Eakle represented Ward 9 on city council in 1998 but had to resign because of a family issue. He served for 25 years in the Kanawha County school system, first as a teacher and then as a counselor. He is one of the founders of beBetter Health Inc., a company that employed up to 100 people in Charleston before it moved to Atlanta.
Tim Watts is in his first campaign for public office. "I'm running because of the condition of our city - the drugs and the crime, which I believe most people agree go hand in hand. Also, the condition of our city parks, the all-around wasteful spending, and the people who have run this city into the ground for 20 years. No one has any accountability."
Watts said he has been a stay-at-home dad for most of the last 19 years and has spent the last two years caring for family members full time. He is an Army veteran and worked for the phone company in the early 1990s.
Scott Russell owns Scott's Home Repairs. This is his first campaign. "I was asked 25 years ago to run," he said. "I was a lot younger. Now I'm a lot wiser. Owning my own business helped me gain a lot of knowledge."
Russell said he's running "because of the kids - nobody seems to want to do anything for the kids." He wants to establish a mentoring program whereby seniors will work with the community's youth.
"The main thing we have to have in this town is unity," Russell added. "That's what I've said since day one."
St. Albans Council
The Peoples Party did not field any candidates for council. But there are several contests in the Citizens Party's primary.
Four candidates are running for three council-at-large seats. Incumbents John Boles and Jerry Cogar are seeking re-election, but long-time councilwoman Helen Warren isn't running for another term.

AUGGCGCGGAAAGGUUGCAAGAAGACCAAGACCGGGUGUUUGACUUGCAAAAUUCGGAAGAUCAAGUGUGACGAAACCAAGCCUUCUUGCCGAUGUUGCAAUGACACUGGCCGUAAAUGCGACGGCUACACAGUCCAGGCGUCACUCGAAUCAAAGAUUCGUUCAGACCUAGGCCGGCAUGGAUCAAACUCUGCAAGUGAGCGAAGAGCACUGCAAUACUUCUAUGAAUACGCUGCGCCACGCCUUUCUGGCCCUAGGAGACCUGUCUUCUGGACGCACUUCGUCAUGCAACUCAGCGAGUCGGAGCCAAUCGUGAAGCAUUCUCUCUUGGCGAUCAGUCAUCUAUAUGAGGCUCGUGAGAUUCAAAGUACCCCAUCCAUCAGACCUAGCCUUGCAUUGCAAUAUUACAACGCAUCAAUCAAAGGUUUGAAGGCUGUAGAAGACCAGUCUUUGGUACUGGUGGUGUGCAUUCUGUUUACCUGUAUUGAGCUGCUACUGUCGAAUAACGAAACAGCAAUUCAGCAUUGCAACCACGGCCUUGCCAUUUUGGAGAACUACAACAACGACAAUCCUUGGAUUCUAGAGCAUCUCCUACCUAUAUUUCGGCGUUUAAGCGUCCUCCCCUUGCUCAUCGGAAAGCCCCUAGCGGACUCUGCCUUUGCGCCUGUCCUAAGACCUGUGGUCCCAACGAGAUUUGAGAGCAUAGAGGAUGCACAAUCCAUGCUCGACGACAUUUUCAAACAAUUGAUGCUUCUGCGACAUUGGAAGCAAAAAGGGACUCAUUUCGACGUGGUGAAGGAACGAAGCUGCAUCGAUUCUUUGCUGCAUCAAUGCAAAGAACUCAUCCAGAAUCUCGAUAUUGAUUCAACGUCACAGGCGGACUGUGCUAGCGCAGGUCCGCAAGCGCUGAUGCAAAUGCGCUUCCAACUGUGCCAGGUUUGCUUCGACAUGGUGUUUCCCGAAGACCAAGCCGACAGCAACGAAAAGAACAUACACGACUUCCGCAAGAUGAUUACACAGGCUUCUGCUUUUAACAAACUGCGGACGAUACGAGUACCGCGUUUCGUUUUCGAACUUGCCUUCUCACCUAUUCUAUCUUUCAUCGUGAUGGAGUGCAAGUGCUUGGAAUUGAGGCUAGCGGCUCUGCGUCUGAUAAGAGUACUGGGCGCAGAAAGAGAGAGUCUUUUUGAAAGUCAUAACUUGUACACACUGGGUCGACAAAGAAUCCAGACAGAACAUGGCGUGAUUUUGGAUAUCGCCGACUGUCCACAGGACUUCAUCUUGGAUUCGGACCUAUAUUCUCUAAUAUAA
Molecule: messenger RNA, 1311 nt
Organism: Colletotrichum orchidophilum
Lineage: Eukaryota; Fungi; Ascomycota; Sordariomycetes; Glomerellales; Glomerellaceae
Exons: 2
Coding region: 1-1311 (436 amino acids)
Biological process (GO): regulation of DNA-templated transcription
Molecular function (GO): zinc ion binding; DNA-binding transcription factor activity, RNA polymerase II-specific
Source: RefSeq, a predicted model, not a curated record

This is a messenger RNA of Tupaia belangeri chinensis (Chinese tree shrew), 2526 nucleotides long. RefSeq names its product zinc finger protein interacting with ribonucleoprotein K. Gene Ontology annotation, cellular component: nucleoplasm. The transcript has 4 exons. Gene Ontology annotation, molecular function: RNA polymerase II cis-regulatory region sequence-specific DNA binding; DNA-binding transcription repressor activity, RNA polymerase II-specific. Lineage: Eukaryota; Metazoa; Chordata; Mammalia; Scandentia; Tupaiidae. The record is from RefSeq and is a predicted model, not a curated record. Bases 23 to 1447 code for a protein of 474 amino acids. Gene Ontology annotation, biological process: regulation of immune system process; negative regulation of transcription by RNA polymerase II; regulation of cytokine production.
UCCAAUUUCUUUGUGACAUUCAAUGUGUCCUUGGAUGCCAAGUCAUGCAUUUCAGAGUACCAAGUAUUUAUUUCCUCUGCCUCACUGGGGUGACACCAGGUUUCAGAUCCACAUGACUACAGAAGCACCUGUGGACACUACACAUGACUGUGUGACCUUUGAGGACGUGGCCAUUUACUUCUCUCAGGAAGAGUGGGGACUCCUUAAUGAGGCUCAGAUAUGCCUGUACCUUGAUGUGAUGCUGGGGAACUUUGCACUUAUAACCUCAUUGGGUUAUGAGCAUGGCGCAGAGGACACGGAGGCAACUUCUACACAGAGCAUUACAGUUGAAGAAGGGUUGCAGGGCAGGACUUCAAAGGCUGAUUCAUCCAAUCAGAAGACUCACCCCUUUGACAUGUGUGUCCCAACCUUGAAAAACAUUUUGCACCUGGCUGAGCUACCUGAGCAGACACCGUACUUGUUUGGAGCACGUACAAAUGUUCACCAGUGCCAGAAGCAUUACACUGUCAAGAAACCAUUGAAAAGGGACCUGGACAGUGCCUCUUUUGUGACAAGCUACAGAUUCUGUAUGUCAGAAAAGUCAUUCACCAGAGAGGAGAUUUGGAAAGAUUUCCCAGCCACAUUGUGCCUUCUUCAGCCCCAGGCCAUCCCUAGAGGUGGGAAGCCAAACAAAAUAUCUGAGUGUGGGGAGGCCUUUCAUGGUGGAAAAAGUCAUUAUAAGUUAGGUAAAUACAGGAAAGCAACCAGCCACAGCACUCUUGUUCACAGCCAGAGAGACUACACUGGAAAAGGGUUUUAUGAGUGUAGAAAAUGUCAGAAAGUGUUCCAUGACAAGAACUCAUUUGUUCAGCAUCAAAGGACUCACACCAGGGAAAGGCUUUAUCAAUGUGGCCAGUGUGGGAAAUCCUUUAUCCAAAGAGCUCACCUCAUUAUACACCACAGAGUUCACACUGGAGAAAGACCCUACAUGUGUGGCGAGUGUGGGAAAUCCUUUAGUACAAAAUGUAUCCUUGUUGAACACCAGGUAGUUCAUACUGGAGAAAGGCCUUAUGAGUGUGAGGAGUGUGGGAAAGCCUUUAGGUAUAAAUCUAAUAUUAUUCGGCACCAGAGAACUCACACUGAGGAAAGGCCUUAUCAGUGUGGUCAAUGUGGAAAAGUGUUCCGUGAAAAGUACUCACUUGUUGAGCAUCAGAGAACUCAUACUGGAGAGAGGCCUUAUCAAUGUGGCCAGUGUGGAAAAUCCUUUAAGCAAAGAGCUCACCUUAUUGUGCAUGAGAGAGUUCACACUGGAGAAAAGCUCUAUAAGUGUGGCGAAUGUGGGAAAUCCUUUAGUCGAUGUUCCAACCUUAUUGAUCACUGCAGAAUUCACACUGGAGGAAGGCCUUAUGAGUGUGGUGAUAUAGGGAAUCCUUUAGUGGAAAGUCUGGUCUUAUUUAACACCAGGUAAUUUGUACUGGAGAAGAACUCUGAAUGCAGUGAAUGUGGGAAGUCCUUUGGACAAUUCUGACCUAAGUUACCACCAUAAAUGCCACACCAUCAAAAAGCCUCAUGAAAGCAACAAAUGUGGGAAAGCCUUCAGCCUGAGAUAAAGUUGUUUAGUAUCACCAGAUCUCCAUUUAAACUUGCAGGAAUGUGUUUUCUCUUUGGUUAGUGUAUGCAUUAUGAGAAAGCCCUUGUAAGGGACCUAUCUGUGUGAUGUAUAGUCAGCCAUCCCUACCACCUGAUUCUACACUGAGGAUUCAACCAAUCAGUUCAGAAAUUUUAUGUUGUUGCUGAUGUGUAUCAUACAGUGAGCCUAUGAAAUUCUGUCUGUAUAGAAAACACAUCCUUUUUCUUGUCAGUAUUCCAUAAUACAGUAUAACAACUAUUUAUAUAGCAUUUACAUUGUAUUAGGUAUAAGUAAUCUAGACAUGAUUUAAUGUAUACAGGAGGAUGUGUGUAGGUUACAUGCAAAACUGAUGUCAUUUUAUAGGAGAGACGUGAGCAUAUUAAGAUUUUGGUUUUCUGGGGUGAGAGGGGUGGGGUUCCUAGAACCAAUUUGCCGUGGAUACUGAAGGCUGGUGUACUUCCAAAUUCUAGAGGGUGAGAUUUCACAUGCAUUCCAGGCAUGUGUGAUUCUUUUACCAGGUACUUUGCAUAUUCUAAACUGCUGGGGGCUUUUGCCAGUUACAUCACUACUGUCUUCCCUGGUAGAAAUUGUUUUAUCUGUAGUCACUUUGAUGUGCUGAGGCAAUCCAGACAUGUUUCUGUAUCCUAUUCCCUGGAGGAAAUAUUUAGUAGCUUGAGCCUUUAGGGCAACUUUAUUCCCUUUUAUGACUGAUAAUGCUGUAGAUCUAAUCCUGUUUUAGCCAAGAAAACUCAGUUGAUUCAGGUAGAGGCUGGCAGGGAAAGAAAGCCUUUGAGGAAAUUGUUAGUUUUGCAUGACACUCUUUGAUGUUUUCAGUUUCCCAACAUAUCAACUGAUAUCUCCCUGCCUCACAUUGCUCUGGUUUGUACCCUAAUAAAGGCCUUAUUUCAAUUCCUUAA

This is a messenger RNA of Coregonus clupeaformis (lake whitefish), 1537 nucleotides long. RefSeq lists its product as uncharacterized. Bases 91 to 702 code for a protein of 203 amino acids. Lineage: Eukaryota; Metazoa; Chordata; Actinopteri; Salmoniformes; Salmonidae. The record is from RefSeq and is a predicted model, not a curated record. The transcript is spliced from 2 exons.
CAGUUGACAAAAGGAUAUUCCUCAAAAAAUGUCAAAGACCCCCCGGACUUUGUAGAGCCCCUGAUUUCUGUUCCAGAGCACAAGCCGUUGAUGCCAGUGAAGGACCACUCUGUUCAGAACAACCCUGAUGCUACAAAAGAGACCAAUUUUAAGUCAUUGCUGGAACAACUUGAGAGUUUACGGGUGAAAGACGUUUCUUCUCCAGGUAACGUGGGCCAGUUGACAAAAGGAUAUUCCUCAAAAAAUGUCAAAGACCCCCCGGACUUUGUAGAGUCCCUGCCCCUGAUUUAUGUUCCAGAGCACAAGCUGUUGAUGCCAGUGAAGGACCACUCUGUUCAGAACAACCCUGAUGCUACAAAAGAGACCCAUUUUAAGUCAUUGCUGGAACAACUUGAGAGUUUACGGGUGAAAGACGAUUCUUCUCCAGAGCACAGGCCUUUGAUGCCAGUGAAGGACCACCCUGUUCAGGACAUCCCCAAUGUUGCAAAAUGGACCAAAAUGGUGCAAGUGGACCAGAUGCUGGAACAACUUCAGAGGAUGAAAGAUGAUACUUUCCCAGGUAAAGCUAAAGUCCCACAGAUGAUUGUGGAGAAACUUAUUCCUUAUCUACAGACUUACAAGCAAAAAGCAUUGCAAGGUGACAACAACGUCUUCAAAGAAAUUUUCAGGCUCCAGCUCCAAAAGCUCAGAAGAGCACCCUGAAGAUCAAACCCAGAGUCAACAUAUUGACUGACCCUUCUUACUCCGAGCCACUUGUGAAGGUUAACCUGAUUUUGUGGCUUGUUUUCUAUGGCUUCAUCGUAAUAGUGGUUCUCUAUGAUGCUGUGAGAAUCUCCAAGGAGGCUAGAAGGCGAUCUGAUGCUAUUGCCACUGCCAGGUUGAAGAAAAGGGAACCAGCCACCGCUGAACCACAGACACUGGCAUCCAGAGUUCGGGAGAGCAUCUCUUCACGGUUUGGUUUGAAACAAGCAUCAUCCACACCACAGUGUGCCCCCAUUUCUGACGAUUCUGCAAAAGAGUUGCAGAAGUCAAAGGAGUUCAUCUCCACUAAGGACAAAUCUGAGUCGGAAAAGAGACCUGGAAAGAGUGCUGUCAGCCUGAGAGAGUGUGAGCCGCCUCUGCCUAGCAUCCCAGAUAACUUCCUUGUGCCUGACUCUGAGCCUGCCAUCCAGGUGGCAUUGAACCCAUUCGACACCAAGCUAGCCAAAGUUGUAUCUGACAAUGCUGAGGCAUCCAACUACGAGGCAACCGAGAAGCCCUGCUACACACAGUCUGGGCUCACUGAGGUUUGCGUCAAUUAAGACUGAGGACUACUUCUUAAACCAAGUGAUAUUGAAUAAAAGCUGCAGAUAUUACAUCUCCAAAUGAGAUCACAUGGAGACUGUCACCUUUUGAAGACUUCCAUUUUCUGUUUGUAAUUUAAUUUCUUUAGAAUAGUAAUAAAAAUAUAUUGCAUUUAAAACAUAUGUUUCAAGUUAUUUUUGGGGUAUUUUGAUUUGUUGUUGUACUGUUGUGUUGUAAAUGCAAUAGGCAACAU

Matt Kelly, who made an unsuccessful bid for the state House of Delegates on the Republican ticket earlier this year, said he's running with a goal of "bringing families back to St. Albans.
"I feel like many people are moving because there's nothing being offered the kids," he said. Kelly wants to develop a skate park in Ordnance Park. Also, "I would like a secondary police detachment at Ordnance Park to monitor that area at all times so the kids feel they can play safe and have fun."
In addition, "I'd like to see the Hansford Senior Center have some improvements and more activities, more wellness opportunities."
Candidate John Caudill did not return a phone call.
Jason Philabaum and Lee Roberts are vying to represent Ward 3.
Philabaum, 28, moved to St. Albans five years ago. "I love it here," he said. "I want to represent my neighbors. I've been talking to my neighbors. They want to see more city ordinances enforced so far as maintaining your yard, pulling back trash cans. People like where they live. They want to see it kept up."
Roberts, who was appointed to council in February, said that because the Peoples Party didn't field any candidates for council, "I think we should do away with the primary and just have a general election. I also want to reduce the city's wards from nine to six, to save money. And I'd like to go from three to two council-at-large seats."
A retired Union Carbide Corp. employee and the owner of Tornado Products Co., Roberts added, "My opponent is a very fine young man. I'm thrilled a young man like that wants to get involved in city government because it seems like apathy has become more prevalent.
"To see young people get involved in city government pleases me. I would not want to discourage this young man, no matter what happens in the election. I think he has a good head on his shoulders and I applaud his efforts."
In Ward 9, Garry Pennington and Shelly Ellis are seeking the seat being vacated by Stephen Donelson.
Pennington said, "I've done volunteer work all of my life. I'm retiring June 1, and I wanted to continue working to improve the city, help the youth and hopefully help the senior citizens."
Pennington has been an independent insurance agent for 20 years. He recently sold Group Insurance Services.
Ellis did not return a call seeking comment.
Eva Mayes, whose name appears on the ballot, sought to withdraw but ballots already were printed, said City Recorder Veronica Westfall.
Running unopposed for re-election to council are: Ward 1, Robert Keiffer; Ward 3, Ron Colby; Ward 4, Cheryl Thomas; Ward 5, Dan Cain; Ward 7, Desper Lemon; and Ward 8, Kevin Pennington.
Loretta Griffith is running unopposed for re-election to represent Ward 6. Patricia Withrow, whose name appears on the ballot, sought to withdraw but ballots already were printed, Westfall said.